Criminalising conversion therapy: Northern Ireland must avoid – not mimic – Canada’s new law says transgender writer

One of the most prominent transgender commentators in the UK has said that, far from copying Canada’s new ban on “conversion therapy”, Northern Ireland must not “make the same mistakes”.

Monday, 10th January 2022, 8:28 am
Updated Wednesday, 19th January 2022, 1:17 am
Dr Debbie Hayton (backed by a transgender flag, from Creative Commons user National_Progress_Party, licence CC BY SA 3)

Debbie Hayton was responding to a renewed call for MLAs to pass a law criminalising conversion therapy – something which has become a central demand of gay and transgender activists over recent years.

The SDLP says that Stormont should emulate the example of Canada, which has just enacted its own ban.

Last April the Assembly passed a UUP motion deploring such “therapy” and calling for it to be outlawed.

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But whilst conversion therapy is generally taken to mean an attempt to change someone from gay to straight, it lacks a firm, precise definition.

As a result church groups fear that a vague new law could mean acts of prayer or quoting the Bible may become crimes.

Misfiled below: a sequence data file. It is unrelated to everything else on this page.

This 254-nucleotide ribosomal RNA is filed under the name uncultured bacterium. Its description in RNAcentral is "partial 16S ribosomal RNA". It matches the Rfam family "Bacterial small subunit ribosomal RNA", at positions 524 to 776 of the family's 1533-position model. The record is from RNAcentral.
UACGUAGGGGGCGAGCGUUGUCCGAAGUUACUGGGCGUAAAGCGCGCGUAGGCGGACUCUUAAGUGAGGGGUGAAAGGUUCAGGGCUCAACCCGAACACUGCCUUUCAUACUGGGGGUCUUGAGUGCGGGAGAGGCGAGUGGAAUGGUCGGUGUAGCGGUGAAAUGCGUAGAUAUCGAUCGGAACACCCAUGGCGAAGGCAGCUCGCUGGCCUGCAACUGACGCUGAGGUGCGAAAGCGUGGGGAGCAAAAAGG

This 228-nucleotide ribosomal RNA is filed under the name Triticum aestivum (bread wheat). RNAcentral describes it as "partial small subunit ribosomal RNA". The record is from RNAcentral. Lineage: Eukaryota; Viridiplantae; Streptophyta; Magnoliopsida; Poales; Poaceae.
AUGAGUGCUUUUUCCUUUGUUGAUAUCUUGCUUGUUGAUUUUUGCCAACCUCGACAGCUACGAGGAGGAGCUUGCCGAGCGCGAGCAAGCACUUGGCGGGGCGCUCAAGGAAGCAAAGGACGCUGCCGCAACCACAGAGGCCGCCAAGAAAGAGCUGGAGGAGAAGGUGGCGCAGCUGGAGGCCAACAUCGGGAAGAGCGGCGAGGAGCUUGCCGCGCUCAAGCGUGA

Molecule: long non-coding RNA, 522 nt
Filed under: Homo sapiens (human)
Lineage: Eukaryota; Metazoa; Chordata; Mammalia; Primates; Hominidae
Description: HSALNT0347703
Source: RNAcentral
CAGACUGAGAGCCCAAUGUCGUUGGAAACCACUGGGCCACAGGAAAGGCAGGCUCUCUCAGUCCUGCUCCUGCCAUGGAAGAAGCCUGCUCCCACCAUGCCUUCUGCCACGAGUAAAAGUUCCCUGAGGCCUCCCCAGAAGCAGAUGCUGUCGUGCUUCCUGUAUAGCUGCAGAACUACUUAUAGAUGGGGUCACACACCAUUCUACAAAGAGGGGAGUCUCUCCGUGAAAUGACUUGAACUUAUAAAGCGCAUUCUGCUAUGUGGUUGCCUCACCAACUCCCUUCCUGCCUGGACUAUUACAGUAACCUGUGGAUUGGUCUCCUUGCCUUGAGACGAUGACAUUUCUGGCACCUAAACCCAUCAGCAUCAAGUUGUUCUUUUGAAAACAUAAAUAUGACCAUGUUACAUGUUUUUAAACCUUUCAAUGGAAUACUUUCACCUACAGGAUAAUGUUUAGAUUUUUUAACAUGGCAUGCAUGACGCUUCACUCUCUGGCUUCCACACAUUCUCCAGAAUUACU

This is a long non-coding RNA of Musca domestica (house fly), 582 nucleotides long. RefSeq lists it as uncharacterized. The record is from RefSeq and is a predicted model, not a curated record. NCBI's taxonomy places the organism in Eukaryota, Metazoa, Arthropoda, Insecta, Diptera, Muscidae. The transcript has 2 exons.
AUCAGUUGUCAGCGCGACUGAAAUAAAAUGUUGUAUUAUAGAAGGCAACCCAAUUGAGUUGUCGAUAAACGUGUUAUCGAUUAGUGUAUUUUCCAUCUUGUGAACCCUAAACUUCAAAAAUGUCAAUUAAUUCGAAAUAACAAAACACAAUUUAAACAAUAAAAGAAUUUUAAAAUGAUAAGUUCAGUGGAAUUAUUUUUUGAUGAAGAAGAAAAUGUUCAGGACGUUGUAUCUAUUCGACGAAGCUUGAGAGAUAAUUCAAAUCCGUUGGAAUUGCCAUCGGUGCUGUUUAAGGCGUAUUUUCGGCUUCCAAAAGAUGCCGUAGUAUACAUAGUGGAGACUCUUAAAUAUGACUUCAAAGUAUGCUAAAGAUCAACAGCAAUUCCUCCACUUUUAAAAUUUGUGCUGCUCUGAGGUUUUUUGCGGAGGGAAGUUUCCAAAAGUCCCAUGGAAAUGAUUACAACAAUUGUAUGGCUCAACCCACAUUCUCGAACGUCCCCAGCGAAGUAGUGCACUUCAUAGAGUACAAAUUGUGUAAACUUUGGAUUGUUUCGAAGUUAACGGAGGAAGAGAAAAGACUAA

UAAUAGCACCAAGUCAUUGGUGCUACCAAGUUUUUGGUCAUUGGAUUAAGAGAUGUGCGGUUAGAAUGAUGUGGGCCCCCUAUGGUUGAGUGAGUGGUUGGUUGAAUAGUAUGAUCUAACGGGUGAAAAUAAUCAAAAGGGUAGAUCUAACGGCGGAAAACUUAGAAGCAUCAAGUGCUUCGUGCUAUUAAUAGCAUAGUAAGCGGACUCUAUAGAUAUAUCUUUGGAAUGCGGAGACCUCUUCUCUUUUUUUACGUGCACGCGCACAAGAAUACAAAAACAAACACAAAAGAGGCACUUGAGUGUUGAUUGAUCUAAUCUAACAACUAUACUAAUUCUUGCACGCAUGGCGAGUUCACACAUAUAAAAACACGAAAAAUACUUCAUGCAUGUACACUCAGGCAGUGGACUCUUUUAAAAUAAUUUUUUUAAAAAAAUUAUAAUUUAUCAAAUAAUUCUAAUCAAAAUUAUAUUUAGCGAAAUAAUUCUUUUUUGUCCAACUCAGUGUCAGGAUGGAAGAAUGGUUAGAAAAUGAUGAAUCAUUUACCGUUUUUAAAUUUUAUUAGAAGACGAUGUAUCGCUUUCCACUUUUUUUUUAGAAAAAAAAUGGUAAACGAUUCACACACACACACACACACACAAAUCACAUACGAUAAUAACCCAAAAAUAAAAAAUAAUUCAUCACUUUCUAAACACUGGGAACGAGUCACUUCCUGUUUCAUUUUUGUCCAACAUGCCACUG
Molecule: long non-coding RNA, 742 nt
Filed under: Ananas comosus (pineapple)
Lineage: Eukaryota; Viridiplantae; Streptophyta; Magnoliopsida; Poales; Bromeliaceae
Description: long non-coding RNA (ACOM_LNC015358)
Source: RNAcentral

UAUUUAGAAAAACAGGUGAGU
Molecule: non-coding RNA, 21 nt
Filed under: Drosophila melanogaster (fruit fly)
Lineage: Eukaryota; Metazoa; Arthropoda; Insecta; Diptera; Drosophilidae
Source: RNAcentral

CANADIAN LAW FORBIDS EFFORTS TO DENY ‘GENDER EXPRESSION’:

Last week the SDLP issued a statement denouncing the fact that Communities Minister Deirdre Hargey has not yet drawn up a ban at Stormont.

Conor Houston, the party’s Strangford candidate in the coming election, said: “I understand the practical difficulties in securing an agreement on the definition.

“But the hard truth is that a perfect definition is impossible to find.

“The minister should instead look to Canada where new legislation will become effective this week that bans this insidious practice and protects their rainbow community.”

Canada’s new law was called Bill C4.

Although it seems to have attracted little attention, its provisions are quite wide-ranging.

Whereas activists tend to talk about conversion therapy largely in terms of how it affects homosexuals, Canada’s new ban also limits people from questioning somebody who describes themselves as transgender or “non-binary” (meaning, those who say they are neither male nor female but belong to some new gender like “neutrois”, “two-spirit” or “genderfluid”).

In Bill C4, conversion therapy is defined as – among other things – “a practice, treatment or service designed to change a person’s gender expression so that it conforms to the sex assigned to the person at birth” (full definition at end of article).

In other words, if a boy announces one day that they are really a girl, any “practice” which seeks to deny this would be a crime.

There is an exemption which (for example) allows therapists to “explore” patients’ identities with them.

But this is only legal so long as it is “not based on an assumption that a particular sexual orientation, gender identity or gender expression is to be preferred over another”.

The penalty for breaking this law is up to five years in jail.

‘THIS IS HARDLY PROGRESSIVE’:

Dr Hayton (a teacher from northern England who was born male but underwent hormone treatment and surgery) is a regular contributor to media outlets such as The Spectator on transgender matters – often taking issue with the claims of LGBTQQIA+ activists.